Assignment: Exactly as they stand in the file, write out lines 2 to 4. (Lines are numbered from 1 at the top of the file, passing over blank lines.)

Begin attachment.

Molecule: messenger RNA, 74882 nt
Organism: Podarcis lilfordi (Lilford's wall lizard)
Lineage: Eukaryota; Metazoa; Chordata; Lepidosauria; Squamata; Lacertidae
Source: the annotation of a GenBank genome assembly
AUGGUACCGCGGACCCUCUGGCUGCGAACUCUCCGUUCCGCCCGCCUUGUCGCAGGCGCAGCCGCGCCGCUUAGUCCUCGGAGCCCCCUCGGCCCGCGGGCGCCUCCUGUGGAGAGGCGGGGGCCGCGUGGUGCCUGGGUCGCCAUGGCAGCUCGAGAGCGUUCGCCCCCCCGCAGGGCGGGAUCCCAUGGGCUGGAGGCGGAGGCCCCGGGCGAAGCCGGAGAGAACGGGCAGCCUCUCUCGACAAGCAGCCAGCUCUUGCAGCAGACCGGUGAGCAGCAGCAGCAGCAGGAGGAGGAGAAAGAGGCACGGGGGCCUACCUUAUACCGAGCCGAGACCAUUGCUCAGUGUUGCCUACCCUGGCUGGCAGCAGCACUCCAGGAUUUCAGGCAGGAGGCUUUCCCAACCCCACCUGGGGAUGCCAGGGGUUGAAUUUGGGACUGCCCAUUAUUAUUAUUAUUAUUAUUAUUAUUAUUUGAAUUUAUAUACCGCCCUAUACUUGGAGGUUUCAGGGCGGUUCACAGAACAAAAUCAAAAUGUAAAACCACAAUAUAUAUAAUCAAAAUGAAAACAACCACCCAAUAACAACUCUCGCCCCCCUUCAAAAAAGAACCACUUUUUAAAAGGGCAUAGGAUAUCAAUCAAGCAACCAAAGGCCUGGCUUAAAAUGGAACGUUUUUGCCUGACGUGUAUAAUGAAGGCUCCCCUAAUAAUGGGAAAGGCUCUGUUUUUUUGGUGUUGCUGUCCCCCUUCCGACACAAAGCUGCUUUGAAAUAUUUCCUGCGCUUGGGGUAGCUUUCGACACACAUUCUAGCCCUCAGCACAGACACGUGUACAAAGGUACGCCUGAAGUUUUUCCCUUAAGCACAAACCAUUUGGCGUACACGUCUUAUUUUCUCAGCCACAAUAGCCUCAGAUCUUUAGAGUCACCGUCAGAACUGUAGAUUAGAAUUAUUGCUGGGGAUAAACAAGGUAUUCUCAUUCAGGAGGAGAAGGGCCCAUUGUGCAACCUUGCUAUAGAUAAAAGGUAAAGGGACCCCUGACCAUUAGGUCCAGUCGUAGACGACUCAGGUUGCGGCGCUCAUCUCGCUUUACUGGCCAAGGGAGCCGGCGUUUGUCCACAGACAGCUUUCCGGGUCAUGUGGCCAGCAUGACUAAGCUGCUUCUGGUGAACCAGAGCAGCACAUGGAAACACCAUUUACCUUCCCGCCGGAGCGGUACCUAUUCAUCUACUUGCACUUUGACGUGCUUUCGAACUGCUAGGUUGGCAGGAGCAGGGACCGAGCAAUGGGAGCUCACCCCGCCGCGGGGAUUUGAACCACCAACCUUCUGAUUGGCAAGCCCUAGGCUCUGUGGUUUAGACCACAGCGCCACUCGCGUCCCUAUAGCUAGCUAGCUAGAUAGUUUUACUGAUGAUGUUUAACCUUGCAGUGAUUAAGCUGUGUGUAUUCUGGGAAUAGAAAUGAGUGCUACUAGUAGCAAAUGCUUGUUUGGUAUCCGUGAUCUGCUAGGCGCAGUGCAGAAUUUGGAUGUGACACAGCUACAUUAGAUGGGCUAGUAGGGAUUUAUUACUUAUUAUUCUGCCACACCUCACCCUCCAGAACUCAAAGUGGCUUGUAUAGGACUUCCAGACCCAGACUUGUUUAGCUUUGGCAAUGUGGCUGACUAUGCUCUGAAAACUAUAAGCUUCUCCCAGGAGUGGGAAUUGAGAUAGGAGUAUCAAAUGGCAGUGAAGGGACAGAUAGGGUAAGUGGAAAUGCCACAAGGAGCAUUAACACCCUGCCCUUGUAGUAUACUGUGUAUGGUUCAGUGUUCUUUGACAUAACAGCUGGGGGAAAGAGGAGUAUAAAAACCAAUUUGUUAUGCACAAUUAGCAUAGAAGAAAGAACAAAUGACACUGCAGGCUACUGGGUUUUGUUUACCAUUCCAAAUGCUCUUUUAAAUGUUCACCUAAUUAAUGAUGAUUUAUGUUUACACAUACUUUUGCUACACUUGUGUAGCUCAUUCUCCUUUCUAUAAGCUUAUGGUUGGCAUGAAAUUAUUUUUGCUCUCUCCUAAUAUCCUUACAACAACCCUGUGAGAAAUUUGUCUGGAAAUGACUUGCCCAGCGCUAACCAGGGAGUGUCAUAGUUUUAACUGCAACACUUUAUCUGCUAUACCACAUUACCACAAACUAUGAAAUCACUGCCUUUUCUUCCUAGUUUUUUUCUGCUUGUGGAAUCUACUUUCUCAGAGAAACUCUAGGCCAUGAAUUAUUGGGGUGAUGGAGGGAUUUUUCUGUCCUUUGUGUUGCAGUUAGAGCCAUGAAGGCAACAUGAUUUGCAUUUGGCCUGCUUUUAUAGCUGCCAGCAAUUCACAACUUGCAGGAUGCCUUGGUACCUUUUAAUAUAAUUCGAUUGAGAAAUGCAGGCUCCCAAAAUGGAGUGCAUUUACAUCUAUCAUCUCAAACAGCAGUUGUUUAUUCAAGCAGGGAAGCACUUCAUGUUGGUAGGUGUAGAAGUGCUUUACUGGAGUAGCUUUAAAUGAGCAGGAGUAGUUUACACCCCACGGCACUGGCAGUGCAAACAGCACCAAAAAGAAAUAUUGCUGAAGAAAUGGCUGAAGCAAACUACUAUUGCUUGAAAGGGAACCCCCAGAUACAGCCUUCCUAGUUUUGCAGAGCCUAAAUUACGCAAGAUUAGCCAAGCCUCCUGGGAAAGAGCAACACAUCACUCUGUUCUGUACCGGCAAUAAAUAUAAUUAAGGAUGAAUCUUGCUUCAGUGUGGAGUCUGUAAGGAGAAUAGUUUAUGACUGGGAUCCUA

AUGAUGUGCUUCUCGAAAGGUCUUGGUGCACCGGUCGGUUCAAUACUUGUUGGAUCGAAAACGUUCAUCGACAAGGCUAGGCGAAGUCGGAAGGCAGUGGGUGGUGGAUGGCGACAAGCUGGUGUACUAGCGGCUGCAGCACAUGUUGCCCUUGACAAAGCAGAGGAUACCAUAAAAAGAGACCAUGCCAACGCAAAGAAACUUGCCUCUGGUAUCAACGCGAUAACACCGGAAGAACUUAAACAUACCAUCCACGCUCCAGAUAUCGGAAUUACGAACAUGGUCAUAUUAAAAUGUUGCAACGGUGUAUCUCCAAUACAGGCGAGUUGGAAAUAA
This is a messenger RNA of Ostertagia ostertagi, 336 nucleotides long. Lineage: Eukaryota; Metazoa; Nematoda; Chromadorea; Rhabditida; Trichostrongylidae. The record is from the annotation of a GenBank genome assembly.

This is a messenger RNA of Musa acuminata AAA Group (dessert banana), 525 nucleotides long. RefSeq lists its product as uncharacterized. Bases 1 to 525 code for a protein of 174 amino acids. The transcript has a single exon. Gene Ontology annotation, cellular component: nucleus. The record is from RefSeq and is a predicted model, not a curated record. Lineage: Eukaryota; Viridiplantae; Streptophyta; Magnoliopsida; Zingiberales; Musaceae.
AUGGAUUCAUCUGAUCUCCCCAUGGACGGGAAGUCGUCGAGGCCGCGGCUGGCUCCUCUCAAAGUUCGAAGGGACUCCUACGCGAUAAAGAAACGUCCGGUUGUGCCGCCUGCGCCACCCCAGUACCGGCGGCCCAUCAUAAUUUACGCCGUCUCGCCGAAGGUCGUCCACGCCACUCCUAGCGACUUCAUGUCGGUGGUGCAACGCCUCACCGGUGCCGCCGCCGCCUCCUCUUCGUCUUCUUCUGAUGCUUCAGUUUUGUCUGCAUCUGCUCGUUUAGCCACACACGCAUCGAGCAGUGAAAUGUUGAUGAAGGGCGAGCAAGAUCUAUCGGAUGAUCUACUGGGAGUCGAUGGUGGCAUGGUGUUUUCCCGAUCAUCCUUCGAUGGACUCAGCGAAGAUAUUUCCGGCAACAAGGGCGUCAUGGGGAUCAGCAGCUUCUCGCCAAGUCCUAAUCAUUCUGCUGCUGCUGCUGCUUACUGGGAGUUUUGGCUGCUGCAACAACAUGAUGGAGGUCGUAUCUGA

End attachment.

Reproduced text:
Organism: Podarcis lilfordi (Lilford's wall lizard)
Lineage: Eukaryota; Metazoa; Chordata; Lepidosauria; Squamata; Lacertidae
Source: the annotation of a GenBank genome assembly